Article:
In Conversation with Sebastian Herkner -

Follow our Titles!


In Conversation with Sebastian Herkner

The German-born industrial designer is one of the industry’s ‘it’ boys, with an impressive portfolio and an equally impressive client list. Tamsin Bradshaw finds out why.

Dedon, industrial design

BY Janice Seow

August 12th, 2016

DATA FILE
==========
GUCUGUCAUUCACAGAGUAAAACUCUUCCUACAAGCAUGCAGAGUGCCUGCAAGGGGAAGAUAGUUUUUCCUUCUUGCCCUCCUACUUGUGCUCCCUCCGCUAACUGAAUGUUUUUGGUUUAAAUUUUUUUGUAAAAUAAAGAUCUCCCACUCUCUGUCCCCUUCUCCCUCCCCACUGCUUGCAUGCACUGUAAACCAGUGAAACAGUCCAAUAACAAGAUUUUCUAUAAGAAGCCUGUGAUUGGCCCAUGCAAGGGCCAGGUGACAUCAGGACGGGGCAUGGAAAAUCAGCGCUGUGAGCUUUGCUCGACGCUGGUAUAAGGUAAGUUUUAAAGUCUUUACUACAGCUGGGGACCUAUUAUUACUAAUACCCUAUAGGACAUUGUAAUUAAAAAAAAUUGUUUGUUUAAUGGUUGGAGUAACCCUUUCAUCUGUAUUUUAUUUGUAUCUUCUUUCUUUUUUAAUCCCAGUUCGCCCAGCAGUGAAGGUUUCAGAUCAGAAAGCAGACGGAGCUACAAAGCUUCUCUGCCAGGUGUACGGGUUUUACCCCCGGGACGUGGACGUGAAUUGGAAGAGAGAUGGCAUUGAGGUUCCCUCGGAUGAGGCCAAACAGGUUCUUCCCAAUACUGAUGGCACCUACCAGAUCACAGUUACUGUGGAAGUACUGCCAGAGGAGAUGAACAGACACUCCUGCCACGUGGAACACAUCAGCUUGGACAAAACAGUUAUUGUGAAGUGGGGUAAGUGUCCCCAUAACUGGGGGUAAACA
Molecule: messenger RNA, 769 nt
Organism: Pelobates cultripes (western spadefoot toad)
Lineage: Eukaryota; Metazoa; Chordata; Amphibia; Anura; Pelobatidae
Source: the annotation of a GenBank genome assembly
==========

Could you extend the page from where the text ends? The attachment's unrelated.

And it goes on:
Sebastian Herkner started young: he set up his own studio when he was still at university. Now, at just 35, his work is sought after by the likes of ClassiCon, Moroso, Pulpo, Fontana Arte, Gubi and Rosenthal. His appreciation for craftsmanship, his mix of traditional and contemporary methods, and his research-driven approach are all part of his appeal – as is his dedication to his job. Earlier this week, he visited Hong Kong with Dedon, on the back of a visit to the outdoor furniture company’s factories in the Philippines, where he was working on the MBRACE collection. MBRACE has been a runaway success for Herkner and the brand, presenting a beautiful mix of painstaking weaving techniques and modern technology. Here, he speaks to IDLHK about working with Dedon, how smartphones are changing design, and why he never takes holidays. Sebastian Herkner chair Herkner's MBRACE chair for Dedon has been a runaway success What brings you to Hong Kong? I’ve just spent four days in Cebu, at Dedon's factories. It was really amazing to visit them. It’s really great to see how organised it is, and the whole atmosphere in the factories, which is really positive. They work with such passion. They’re going hiking next Friday, all 1,500 workers. They do these things around community, which you really feel there. Trips like this one to Cebu are a holiday for me. For me, it’s never work, because it’s my passion. If I’m travelling for work, I’m seeing so many new images. It’s relaxing. I did about eight years with no holiday, actually. I took my first one two years ago in Thailand. The first few days were horrible; I was sitting on the beach, bored and crying! You launched MBRACE, a new lounge chair for Dedon, to great success at this year’s Milan Design Week. Tell us about it…. The idea is that it embraces you, it hugs you, like a kind of shell. It’s not completely closed – the ideas is that it should still be a bit open, translucent. It’s a protective shell. We mixed the weave, which is like the scaled textile of a blanket, with teak, which was new for Dedon. We developed the weave in my studio. I worked with four assistant designers, we created a small paper-sized piece and we shipped it to Cebu. It’s a lot of work, because it’s handcrafted. The first prototype took a few weeks, but now they know how to do it, they do it in two days. The project took about three years from the first sketch to the final product. We have a low version with a footrest, and a high-backed one. We also used typologies from inside the home for this outdoor chair, such as the rocking chair. Ten years ago, outdoor furniture was much more functional and practical, but now we want the colours, the tactility. Right now, MBRACE comes in red, blue and a grey-brown. We’re adding new colours, and we’re working on eight new pieces. Sebastian Herkner The MBRACE rocking chair, pictured here in (from back) Atlantic, Spice and Pepper Why is it important to develop new ideas and visions? If you don’t see a new idea and a vision, it’s not good for the brand. It’s very important to work with a company that’s moving forward and pushing rather than just sticking to the classic products that have sold well for them. And behaviour changes, too. We’re working with a bed company in Germany [Schramm Werkstätten], and beds changed completely in the last 10 years. The first and the last thing you do each day is check your mail, your social media. You need sockets there to charge them, maybe you need a bed that maybe the backrest angle changes. Your grandparents sat formally on their sofa; they didn’t need the depth we do. Now, we almost lie down on our sofas, because tablets and smartphones have changed our seating positions. If you sit on the train from an airport to the city, almost 95 percent of people are on their smartphones. If you go to a museum and your kids are crying, they get given an iPhone. What else are you working on now? We’re doing the interior of a department store in Hamburg, the store’s a bit like Lane Crawford. And I’ll continue with the companies I already work with, such as Moroso and Linteloo. We’ll also start working with some lighting companies now because next year, Euroluce will be at Milan Design Week. We’re also working on a biro for a German company. All our projects are different, which makes it very interesting, because it’s not just sticking to interiors or furniture. If you could design anything, what would it be? A stage design for a concert. I went to a few concerts earlier this year and this one concert in Frankfurt had an amazing stage. And a perfume bottle would be great because it’s something affordable for more or less everyone. It’s something very intimate. People have to hold it every morning; they have to touch it and celebrate it every day. Studio Sebastian Herkner Dedon